The government is blocking the full publication of an official report assessing the ways artificial intelligence could be deployed across Whitehall and the wider public sector, NS Tech can reveal.
Ministers commissioned a British consultancy firm to review potential applications of the technology in government earlier this year. The report was delivered to the Cabinet Office in April and is likely to play a key role in efforts to transform public sector processes in the coming years.
NS Tech requested a copy of the report, which was produced by Faculty, under transparency rules in August. The government complied with the request, but returned a version which is heavily redacted, on the grounds that ministers are yet to determine how it will inform policy.
The Government Digital Service and Office for AI published guidelines for using artificial intelligence in the public sector in June, before issuing further guidance on AI procurement in October. However, the government is yet to publish a comprehensive strategy for how it will invest in AI across central government, despite committing to the review in the 2018 autumn budget.
The chancellor, Sajid Javid, had been expected to outline plans for AI investment in this year’s spending review, but the only mention of the technology was in the context of a £250m investment in its adoption in healthcare.
During the review, Faculty, which was formerly known as ASI Data Science, surveyed departments and carried out workshops with the Home Office, Ministry of Justice, Ministry of Defence, HMRC, the Department for Work and Pensions and the Department for Transport. Its consultants also spoke to representatives from the Canadian, Swedish and German government, as well as academics at Stanford University.
But while the report Faculty produced reveals the processes behind its review, most of the suggested deployments have been redacted in the version shared with NS Tech by the Cabinet Office. The report does, however, disclose the most common existing applications of AI and machine learning, which include inspections of schools, farms and borders, fraud detection in benefits claims and analysing satellite data for international development work.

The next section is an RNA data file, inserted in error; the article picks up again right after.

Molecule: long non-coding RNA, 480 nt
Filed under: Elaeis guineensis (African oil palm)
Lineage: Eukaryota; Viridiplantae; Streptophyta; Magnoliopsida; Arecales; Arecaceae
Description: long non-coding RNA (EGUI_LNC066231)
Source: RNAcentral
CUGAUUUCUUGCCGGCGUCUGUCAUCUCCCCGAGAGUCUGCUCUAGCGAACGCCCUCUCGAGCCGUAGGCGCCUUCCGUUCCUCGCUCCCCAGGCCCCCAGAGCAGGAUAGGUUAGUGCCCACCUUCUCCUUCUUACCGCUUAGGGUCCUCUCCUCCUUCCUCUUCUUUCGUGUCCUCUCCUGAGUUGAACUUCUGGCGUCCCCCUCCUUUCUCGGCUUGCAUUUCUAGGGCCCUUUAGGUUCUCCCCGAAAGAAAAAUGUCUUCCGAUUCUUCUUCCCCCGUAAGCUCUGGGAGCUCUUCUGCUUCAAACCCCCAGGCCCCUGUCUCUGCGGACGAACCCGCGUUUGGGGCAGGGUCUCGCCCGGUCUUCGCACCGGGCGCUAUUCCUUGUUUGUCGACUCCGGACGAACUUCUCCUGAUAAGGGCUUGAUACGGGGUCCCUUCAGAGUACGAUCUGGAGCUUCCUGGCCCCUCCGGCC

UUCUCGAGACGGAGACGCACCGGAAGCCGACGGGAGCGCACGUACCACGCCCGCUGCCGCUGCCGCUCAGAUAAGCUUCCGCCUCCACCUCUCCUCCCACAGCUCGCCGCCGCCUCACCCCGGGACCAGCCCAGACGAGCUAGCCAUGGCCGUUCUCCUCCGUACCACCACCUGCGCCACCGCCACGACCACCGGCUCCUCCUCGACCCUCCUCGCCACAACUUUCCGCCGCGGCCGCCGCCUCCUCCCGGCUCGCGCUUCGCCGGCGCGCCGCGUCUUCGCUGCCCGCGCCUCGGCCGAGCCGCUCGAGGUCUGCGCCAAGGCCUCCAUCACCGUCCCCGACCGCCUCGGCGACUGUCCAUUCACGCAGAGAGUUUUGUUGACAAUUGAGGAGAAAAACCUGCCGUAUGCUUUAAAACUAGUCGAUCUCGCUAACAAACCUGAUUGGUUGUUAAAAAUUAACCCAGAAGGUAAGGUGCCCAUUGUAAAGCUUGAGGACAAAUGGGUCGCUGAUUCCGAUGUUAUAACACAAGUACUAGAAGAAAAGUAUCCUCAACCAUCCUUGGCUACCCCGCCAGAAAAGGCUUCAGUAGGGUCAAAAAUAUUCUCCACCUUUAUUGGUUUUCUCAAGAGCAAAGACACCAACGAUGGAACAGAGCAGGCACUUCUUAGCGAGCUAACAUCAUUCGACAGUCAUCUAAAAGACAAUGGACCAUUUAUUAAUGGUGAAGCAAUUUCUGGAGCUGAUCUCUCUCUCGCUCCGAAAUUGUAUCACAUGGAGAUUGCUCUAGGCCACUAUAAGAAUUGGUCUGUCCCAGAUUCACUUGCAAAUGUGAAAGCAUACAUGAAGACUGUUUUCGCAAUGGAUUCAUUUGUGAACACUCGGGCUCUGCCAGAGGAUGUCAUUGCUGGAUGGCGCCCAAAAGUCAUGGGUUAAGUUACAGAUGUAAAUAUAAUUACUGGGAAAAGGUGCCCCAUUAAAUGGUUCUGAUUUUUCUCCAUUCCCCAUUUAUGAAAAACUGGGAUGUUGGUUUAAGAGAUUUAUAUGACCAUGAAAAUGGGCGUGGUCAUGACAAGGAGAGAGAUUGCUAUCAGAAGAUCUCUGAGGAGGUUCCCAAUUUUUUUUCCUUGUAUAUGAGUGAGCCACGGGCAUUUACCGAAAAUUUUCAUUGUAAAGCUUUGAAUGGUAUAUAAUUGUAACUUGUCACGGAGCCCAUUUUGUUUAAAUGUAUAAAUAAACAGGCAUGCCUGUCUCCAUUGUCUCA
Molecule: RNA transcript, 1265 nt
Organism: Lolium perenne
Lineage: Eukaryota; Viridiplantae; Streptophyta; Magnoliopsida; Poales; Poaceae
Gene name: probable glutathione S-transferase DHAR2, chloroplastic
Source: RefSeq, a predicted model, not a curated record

The report also reveals reasons why uptake of AI across government has been hindered so far. “The lack of a widely-available and consistently-used modern data architecture means that AI model build and testing is time-consuming and labour-intensive and largely unsupported for production, and data assets cannot be joined,” the report states.
The consultants describe cross-department data sharing practice as “antediluvian”, claiming they take “six months to negotiate but not providing any transparency or accountability in how they are used”. The report adds: “To address these data governance issues, a more consistent and rigorous set of operational responsibilities in relation to data could be applied to publicly funded IT systems within particular departments and discharged by the relevant departmental leader (e.g. the Chief Information Officer).” Low rates of employee retention are also cited as a barrier to adoption.
The report concludes: “Machine learning and artificial intelligence are in the process of disrupting/transforming almost every sector of the economy […] However, there are barriers to adoption – some general, some specific to the public sector.”
“The Cross Government AI Review has been an extremely useful exercise to understand the current state of departmental capability/readiness/appetite, and to identify the most promising use cases for transformative projects.”